- An action: either to allow or deny traffic. That is, a rule can either allow incoming (ingress) or outgoing (egress) traffic, but not both simultaneously.
- The type of protocol to which it applies, such as TCP, UDP, ICMP, and IPIP.
- Either a source or a destination for which the rule applies. This cannot be both, as it depends on the direction of the firewall you create. For example, for ingress rules, you would specify the source, which can be IP ranges, tags, or service accounts (or a combination). You wouldn’t specify a destination, because the rule is already being applied to a specific VM’s inbound traffic. Conversely, for egress rules, you wouldn’t specify the source, because the rule is already being applied to that source VM’s outbound traffic.
- The ports to which the rule applies. You can specify the ports on ingress or egress rules. For example, allowing ingress TCP traffic on port 22 to allow for SSH access. You can also deny a VM’s egress TCP traffic on all ports for all destination VMs in an IP range.
Each of these parameters means that firewall rules can help control traffic to and from your Google Cloud VMs accordingly.
Firewall rule set up
Your Wish Is Your Command
As with most networking capabilities on Google Cloud Platform, you can create and modify Firewall Rules using the Google Cloud SDK or Cloud Shell in the console itself. In this example, we create a firewall rule to allow all IPs in
10.240.10.0/24) to access TCP port
80 on instances tagged with
gcloud compute firewall-rules create vm1-allow-ingress-tcp-port80-from-subnet1 \
--network my-network \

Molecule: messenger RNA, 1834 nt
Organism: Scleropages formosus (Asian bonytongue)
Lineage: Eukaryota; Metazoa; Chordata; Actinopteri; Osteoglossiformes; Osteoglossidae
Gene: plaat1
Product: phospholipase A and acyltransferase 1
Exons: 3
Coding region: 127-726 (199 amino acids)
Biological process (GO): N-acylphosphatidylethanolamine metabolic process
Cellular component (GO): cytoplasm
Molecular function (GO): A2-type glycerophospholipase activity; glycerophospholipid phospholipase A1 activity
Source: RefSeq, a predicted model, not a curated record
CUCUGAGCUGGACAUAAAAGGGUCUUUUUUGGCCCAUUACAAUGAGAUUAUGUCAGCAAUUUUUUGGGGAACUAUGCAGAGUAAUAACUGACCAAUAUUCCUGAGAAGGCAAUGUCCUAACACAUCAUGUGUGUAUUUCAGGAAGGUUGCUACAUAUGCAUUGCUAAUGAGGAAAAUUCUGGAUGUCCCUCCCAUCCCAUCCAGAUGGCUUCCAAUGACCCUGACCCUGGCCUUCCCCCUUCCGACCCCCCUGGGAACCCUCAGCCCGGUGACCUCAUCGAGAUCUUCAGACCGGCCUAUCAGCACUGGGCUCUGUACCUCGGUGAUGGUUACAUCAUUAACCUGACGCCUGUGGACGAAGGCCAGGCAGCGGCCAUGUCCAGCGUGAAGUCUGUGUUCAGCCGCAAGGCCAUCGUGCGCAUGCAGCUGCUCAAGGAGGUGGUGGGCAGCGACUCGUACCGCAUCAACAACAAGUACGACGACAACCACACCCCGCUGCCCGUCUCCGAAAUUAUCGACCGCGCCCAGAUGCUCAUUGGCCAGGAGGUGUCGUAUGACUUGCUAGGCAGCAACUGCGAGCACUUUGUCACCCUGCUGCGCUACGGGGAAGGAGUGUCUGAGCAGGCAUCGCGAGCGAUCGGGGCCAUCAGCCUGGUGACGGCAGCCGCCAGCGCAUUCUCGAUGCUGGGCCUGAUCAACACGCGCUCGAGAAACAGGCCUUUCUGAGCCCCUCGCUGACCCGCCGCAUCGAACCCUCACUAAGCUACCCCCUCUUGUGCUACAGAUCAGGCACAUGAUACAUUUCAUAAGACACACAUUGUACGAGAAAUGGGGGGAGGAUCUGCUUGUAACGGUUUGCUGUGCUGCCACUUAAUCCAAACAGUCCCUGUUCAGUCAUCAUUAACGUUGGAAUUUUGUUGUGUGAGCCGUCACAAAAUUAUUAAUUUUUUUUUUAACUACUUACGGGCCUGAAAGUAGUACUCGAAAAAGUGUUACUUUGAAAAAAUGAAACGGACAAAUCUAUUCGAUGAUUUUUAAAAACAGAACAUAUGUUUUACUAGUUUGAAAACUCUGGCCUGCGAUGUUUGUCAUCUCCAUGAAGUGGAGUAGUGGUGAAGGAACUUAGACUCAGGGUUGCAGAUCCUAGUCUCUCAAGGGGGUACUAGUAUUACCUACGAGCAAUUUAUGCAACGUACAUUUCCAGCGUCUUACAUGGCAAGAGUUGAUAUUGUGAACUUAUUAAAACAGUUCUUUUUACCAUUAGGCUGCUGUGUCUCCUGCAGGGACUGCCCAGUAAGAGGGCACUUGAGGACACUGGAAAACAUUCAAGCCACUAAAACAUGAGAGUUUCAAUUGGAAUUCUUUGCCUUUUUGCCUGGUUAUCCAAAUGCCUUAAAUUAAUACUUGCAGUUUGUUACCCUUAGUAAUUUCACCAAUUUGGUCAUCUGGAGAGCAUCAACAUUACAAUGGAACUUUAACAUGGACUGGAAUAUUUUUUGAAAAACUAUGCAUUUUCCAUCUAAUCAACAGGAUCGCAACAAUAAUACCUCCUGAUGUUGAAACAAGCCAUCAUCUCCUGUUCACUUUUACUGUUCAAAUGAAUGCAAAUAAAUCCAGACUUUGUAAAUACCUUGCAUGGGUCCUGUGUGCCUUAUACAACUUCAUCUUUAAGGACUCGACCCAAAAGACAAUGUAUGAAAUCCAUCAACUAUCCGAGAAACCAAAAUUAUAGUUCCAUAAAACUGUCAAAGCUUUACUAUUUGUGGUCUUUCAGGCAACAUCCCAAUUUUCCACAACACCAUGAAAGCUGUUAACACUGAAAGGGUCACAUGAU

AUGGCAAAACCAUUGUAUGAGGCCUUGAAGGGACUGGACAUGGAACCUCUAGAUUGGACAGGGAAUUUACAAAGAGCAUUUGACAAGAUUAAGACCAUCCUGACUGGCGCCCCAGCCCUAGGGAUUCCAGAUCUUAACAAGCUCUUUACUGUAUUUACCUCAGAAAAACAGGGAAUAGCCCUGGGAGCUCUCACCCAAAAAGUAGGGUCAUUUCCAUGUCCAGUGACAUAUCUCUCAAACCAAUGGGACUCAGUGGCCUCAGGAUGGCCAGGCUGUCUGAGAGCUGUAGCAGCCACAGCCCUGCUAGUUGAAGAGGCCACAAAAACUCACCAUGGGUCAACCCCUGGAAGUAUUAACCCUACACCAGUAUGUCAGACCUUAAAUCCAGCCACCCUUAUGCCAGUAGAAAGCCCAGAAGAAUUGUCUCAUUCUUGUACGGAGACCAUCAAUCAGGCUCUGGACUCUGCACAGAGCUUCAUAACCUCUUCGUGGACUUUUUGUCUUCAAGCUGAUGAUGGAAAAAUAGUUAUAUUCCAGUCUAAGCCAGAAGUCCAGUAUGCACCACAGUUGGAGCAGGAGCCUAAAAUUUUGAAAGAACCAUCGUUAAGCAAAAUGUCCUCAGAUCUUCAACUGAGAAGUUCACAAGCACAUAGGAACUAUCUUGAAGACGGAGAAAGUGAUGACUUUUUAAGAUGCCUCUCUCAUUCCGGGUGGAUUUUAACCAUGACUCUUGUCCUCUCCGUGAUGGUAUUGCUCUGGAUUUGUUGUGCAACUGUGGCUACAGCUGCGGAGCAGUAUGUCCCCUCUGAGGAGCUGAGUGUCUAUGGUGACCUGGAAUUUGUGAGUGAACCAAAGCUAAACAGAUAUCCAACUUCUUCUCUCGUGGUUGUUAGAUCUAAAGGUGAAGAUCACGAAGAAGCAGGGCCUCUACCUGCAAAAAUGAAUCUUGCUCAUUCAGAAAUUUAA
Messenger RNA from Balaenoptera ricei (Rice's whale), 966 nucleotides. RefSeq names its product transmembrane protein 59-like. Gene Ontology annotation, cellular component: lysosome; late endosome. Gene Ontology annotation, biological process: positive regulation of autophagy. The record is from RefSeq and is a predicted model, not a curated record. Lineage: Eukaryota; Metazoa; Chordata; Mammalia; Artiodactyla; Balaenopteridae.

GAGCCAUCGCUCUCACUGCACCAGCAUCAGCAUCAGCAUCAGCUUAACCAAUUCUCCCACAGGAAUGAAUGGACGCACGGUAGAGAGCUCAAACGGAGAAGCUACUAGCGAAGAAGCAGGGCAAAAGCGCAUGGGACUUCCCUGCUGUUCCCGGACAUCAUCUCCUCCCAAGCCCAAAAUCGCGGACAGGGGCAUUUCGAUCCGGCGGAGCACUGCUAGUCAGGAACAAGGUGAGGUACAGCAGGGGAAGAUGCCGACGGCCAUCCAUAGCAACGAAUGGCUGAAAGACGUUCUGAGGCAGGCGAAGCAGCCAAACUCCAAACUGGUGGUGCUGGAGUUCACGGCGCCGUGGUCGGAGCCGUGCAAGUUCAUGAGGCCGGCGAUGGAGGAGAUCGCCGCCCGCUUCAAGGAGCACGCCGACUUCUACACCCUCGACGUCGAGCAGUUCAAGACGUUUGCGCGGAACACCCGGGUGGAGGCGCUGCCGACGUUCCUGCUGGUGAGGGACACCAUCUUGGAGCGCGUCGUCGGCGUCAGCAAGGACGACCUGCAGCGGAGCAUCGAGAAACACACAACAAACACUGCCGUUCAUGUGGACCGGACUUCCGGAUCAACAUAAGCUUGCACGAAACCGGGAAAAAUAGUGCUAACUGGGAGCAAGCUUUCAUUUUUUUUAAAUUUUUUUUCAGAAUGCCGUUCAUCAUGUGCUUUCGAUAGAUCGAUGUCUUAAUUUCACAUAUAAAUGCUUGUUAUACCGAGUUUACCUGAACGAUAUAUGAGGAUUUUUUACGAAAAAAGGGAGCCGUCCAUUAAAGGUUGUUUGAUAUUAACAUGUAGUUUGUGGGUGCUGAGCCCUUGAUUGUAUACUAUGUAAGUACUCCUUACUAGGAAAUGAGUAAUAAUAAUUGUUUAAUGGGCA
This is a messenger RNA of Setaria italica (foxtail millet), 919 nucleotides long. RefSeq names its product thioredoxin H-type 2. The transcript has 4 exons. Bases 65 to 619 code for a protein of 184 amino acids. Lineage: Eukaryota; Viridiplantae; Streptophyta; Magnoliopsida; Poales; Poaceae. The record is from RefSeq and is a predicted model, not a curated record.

--action allow \
--direction ingress \
--rules tcp:80 \
--source-ranges 10.240.10.0/24 \
--priority 50 \
You can also simply inspect a firewall rule to see its name, applicable network, and components, including whether the rule is enabled or disabled.
gcloud compute firewall-rules describe [FIREWALL_RULE_NAME]
Firewall rules logging
Now that you’re protecting your environment with firewall rules, how do you determine if a rule is designed to deny traffic and functioning as intended? Logging is extremely useful to monitor and ensure your rules are being applied. They’re also useful if you need to determine how many connections are affected by a given firewall rule. Luckily, the Logs section of the GCP Console lets you view firewall rule logs.
Firewalls are an extremely important part of your on-prem to cloud transition. They are the basis at which traffic can flow to and from individual Google Cloud instances, but also to and from your on-premise network to your cloud network. If you want to learn about more complex use cases, check out the documentation. But to get you moving on your migration to Google Cloud, stay tuned for the next article on configuring IPs.
- Deep dive on Firewall rules here.
- Subscribe to the GCP Youtube channel and follow my video series Networking End-to-End.
- Check out Networking 103 where I discuss firewall rules with Networking Specialist, Binal Shah.
- Want more content? Follow me on Twitter @swongful.
- And check out the Google’s Cloud events near you.
Stay tuned for more on this series and thanks for joining me on this wild ride to demystify cloud networking.